Affiliations:
Database:
Scopus
Publication Type:
article
;
.
Language:
English
Editors' remarks:
ID:
28675
Last updated date:
02/03/2022 17:27
Creation date:
17/04/2018 00:41
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Scientific Publication
Gene expression in developing fibres of Upland cotton (Gossypium hirsutum L.) was massively altered by domestication
8
Rapp, R.A., Department of Ecology, Evolution, and Organismal Biology, Iowa State University, 251 Bessey Hall, Ames, IA 50011, United States
Haigler, C.H., Department of Crop Science and Department of Plant Biology, North Carolina State University, 4405 Williams Hall, Box 7620, Raleigh, NC 27695, United States
Flagel, L., Department of Ecology, Evolution, and Organismal Biology, Iowa State University, 251 Bessey Hall, Ames, IA 50011, United States, Department of Biology, Duke University, Box 90338, Durham, NC 27008, United States
Hovav, R.H., 217 Plant Sciences Institution, Volcani Center, ARO, Bet Dagan, Israel
Udall, J.A., 295 WIDB, Brigham Young University, Provo, Utah 84602, United States
Wendel, J.F., Department of Ecology, Evolution, and Organismal Biology, Iowa State University, 251 Bessey Hall, Ames, IA 50011, United States
Gene expression in developing fibres of Upland cotton (Gossypium hirsutum L.) was massively altered by domestication
Background: Understanding the evolutionary genetics of modern crop phenotypes has a dual relevance to evolutionary biology and crop improvement. Modern upland cotton (Gossypium hirsutum L.) was developed following thousands of years of artificial selection from a wild form, G. hirsutum var. yucatanense, which bears a shorter, sparser, layer of single-celled, ovular trichomes ('fibre'). In order to gain an insight into the nature of the developmental genetic transformations that accompanied domestication and crop improvement, we studied the transcriptomes of cotton fibres from wild and domesticated accessions over a developmental time course.Results: Fibre cells were harvested between 2 and 25 days post-anthesis and encompassed the primary and secondary wall synthesis stages. Using amplified messenger RNA and a custom microarray platform designed to interrogate expression for 40,430 genes, we determined global patterns of expression during fibre development. The fibre transcriptome of domesticated cotton is far more dynamic than that of wild cotton, with over twice as many genes being differentially expressed during development (12,626 versus 5273). Remarkably, a total of 9465 genes were diagnosed as differentially expressed between wild and domesticated fibres when summed across five key developmental time points. Human selection during the initial domestication and subsequent crop improvement has resulted in a biased upregulation of components of the transcriptional network that are important for agronomically advanced fibre, especially in the early stages of development. About 15% of the differentially expressed genes in wild versus domesticated cotton fibre have no homology to the genes in databases.Conclusions: We show that artificial selection during crop domestication can radically alter the transcriptional developmental network of even a single-celled structure, affecting nearly a quarter of the genes in the genome. Gene expression during fibre development within accessions and expression alteration arising from evolutionary change appears to be 'modular' - complex genic networks have been simultaneously and similarly transformed, in a coordinated fashion, as a consequence of human-mediated selection. These results highlight the complex alteration of the global gene expression machinery that resulted from human selection for a longer, stronger and finer fibre, as well as other aspects of fibre physiology that were not consciously selected. We illustrate how the data can be mined for genes that were unwittingly targeted by aboriginal and/or modern domesticators during crop improvement and/or which potentially control the improved qualities of domesticated cotton fibre.See Commentary: http://www.biomedcentral.com/1741-7007/8/137. © 2010 Rapp et al; licensee BioMed Central Ltd.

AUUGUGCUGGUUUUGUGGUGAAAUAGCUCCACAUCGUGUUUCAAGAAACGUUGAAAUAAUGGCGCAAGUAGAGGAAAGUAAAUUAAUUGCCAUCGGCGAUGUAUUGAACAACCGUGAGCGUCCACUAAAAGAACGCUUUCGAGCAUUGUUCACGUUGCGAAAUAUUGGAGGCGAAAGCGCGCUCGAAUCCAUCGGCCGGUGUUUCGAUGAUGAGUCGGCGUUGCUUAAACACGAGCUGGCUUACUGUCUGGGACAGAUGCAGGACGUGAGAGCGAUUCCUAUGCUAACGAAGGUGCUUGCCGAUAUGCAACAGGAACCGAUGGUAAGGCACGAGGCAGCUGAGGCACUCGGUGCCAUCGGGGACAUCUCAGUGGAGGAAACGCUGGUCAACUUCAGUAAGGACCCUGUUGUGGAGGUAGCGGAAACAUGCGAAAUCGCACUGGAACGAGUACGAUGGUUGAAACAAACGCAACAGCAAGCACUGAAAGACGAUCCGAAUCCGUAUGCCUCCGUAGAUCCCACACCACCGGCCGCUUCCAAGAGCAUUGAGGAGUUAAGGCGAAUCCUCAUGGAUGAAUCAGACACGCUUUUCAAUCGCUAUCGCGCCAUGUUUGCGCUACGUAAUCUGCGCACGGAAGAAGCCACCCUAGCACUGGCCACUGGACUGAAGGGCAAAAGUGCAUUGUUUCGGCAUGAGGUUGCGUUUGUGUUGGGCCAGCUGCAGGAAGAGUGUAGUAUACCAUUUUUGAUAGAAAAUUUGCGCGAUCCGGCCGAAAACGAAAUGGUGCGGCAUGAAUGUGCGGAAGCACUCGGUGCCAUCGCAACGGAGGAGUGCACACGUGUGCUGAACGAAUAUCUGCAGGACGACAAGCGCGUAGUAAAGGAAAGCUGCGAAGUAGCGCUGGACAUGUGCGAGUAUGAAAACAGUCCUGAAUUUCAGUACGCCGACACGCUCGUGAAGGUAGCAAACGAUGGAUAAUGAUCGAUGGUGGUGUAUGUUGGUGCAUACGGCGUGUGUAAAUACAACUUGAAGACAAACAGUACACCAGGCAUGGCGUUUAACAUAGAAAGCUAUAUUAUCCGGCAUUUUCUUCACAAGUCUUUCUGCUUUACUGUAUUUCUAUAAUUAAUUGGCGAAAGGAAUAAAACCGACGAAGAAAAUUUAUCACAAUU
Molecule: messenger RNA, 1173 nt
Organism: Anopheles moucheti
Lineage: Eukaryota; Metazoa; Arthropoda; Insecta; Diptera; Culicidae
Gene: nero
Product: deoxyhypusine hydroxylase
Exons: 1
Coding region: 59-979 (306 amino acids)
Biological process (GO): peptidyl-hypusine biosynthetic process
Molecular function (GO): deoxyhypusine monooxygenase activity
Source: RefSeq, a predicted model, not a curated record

Scientific Publication